• Abstractspecific applications of information analytics and the benefits such analysis would provide regulatorsinclude the following:1. Measuring the health of financial institutions: By providing regulators with an agile and 1 adaptable method to integrate a diverse set of information in addition to the traditional CAMELS rating, analytics can leverage non-traditional information sources to detect failure symptoms earlier in the business cycle. Troubled organizations may find themselves in a downward spiral if core funding sources evaporate when asset losses mount. Analytics can be used to forecast depositors and deposit accounts that are at risk for attrition. Many banks track the probability of customer churn for marketing purposes; this information can also be used to illuminate which liabilities are at risk. Availability of depositor attributes, such as account age, depositor tenure, and recent changes to account holdings, can be combined with macroeconomic information to model the probability that depositors will leave over the next 30, 60, or 90 days. An understanding of this detailed risk to funding can provide an early warning sign that an organization could soon face a liquidity crunch.2. Monitor systemic risk: By analyzing macro-prudential information, it is possible to understand and measure the interconnectedness, leverage, and collective behavior of financial institutions. This ability will give regulators a way to measure systemic risk, a key element of the Dodd-Frank Act. The emphasis in this case is on collecting and aggregating the right information sources.3. Detecting financial fraud: Analytical methods can be used to detect when an organization’s transactional data is more likely to contain artificial numbers, which can be used to detect fraudulent activity. Human interference is not random and rarely follows the expected natural distributions, allowing analytic tools such as Benford’s Law to locate potential trouble areas. Benford’s Law states that the distribution of digits coming from large datasets must follow a prescribed pattern. This principle has demonstrated the ability to search out and identify groups of accounts with suspiciously unnatural activity. Neural nets, Kohonen Networks, and other quantitative techniques can also be used to search for suspicious transactions, which may hint at the presence of fraud.4. Qualitative measurement: While the health of an organization and its capital ratios are clearly measurable through quantitative techniques, the quality of management is harder to quantify. Models can be used to analyze managerial quality through the financial statements. The model examines the financial end-state of an organization and translates inputs and outputs to determine the efficiency of its management. For example, there are models and research that support the possibility of using such inputs as the number of employees, salary expense, and noninterest expense and evaluating them against such outputs as core deposits, earning assets, and total interest income. The efficiency with which these inputs can be translated to outputs can measure management efficiency. Quantifying the management effectiveness allows correlations to be drawn between an organization’s financial soundness and the quality of its management. Management effectiveness can also be measured by using analytical techniques that can quantify and measure qualitative assessments, such as regulatory assessments, rating-agency ratings, equity-analyst assessments, and other qualitative reputational information.These examples provide a flavor of the various uses of these expanded analytics. It is also importantto understand that no single predictive model or analytical technique has proven to be a panacea toaccurately predict bank failures. Predicting bank failures will continue to rely on the experience ofbank examiners, but can be complemented by the science and rigor of analytics and modeling.1 Capital Adequacy, Asset Quality, Management Effectiveness, Earnings, Liquidity and Sensitivity to Market risk The pursuit of predictability Insight into financial institution risk through bits and bytes 4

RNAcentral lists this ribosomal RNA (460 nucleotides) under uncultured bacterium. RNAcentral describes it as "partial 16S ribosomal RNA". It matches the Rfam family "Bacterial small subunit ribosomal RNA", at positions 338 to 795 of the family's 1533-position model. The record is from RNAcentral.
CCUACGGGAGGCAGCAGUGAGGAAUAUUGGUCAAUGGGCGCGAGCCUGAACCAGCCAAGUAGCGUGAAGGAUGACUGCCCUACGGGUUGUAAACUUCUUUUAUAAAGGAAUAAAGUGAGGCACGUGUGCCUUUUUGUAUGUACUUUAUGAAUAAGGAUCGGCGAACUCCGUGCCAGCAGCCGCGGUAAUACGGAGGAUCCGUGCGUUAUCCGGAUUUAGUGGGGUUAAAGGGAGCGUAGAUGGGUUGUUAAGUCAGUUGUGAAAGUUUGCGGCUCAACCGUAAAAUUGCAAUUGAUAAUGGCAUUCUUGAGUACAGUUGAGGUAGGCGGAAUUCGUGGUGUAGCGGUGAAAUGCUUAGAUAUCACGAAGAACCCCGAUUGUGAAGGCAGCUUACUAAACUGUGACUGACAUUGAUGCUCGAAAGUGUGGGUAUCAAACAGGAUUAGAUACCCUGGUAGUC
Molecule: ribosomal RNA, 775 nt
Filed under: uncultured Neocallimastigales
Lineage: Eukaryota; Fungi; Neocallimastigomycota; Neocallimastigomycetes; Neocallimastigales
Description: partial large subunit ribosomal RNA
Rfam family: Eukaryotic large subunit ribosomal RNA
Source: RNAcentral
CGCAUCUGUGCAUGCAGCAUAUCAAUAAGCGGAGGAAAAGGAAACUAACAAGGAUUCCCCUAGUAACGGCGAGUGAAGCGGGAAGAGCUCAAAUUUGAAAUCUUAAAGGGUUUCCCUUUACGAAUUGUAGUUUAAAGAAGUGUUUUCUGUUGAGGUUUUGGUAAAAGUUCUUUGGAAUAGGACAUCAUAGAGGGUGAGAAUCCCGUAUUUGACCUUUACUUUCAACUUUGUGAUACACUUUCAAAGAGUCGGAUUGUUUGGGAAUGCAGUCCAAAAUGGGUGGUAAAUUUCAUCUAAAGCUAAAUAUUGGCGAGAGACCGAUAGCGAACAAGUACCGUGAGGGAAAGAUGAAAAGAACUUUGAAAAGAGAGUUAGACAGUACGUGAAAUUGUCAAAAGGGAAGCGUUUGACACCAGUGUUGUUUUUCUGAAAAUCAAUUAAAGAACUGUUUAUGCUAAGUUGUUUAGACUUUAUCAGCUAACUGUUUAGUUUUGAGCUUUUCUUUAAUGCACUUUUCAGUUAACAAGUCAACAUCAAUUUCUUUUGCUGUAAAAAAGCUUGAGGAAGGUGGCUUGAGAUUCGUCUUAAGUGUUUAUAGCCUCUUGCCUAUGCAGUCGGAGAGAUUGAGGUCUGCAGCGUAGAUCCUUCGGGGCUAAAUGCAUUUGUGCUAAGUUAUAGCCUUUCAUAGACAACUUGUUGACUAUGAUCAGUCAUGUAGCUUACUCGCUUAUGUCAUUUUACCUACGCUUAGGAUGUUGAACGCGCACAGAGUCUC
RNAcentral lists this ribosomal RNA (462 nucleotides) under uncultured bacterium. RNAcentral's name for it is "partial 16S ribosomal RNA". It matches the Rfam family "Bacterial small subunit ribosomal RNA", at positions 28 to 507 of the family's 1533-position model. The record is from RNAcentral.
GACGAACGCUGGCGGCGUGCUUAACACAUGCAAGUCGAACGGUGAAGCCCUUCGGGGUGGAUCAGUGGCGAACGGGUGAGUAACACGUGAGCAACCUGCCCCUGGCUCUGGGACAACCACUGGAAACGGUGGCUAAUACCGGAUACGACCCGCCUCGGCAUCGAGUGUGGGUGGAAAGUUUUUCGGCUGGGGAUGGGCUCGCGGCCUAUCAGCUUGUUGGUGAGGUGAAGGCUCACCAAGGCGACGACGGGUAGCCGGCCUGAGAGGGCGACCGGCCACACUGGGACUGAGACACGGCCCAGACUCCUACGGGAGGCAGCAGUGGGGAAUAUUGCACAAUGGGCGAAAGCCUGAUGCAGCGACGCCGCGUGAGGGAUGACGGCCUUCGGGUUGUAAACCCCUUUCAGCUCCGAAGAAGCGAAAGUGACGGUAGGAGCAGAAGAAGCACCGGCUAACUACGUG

• AbstractWhen appropriately combined with financial institution knowledge and supervisory instincts,information analytics can be an important tool for effective supervision.In a vacuum, analytical techniques will not be as powerful as when used alongside other oversightmethods and evaluation tools, such as capital and funding ratios, asset quality assessments andmanagement effectiveness reviews. Bringing together powerful statistical techniques and well honedsubject matter knowledge, professionals such as technologists, economists, and examiners, canhelp aid both the regulators and the regulated.3.0 Piecing together an analytical solutionThe saying that ―Rome was not built in a day‖ is especially true when it comes to analytics. The keyis to start small, iterate with insight, and plan for complexity. Approach analytics as a mission criticalinitiative and build a center of excellence around the practice of analytics. Garnering the supportand commitment of senior leadership, and the requisite disciplines, is critical to the effectiveness ofthe program.Following are some practical steps that have been outlined to help organizations start piecing thebits and bytes together and develop a strategic analytical program:Clarity of purpose: Start by being specific with the hypotheses you intend to test or thefundamental questions that you need answered: How does asset (especially loan) quality change prior to failure? What are the trends in exposures by industry sector, consumer groups, as well as by loan purpose, across institutions? What are the primary determinants of loan losses during 2007–2010? What are the major trends with funding and liquidity?Source the “right” information: The source of information and the level of granularity of data areimportant for accurate and meaningful analytics. To answer the first question — asset quality is ameasure to determine the health of an institution and is typically computed by using past-duecalculations and adverse-calculation ratios. Attributes such as loan type, monthly loan balance,and loan status could demonstrate meaningful correlations with asset quality. These metrics canmost likely be found in core banking systems, which, for failed institutions, would be available withthe regulators. Start with a small set of institutions and test the initial hypothesis Regress and test the model by increasing the statistical population Analyze the data across different dimensions to uncover m eaningful correlations and eliminate false correlationsCorrelations such as the number of non-current loans over time, credit concentration by asset class,or demographic trends can provide insight into other factors that influence asset quality, which ma yhave been omitted in prior analysis and can result in the reduction of statistical biases.Funding and liquidity measures require analyses of funding sources such as deposit mix, depositor―stickiness‖ and funding tenor.Leverage existing information management, performance management, or advancedanalytic components, enhancing and tethering them to drive improved and more effective regulatorysupervision. The pursuit of predictability Insight into financial institution risk through bits and bytes 5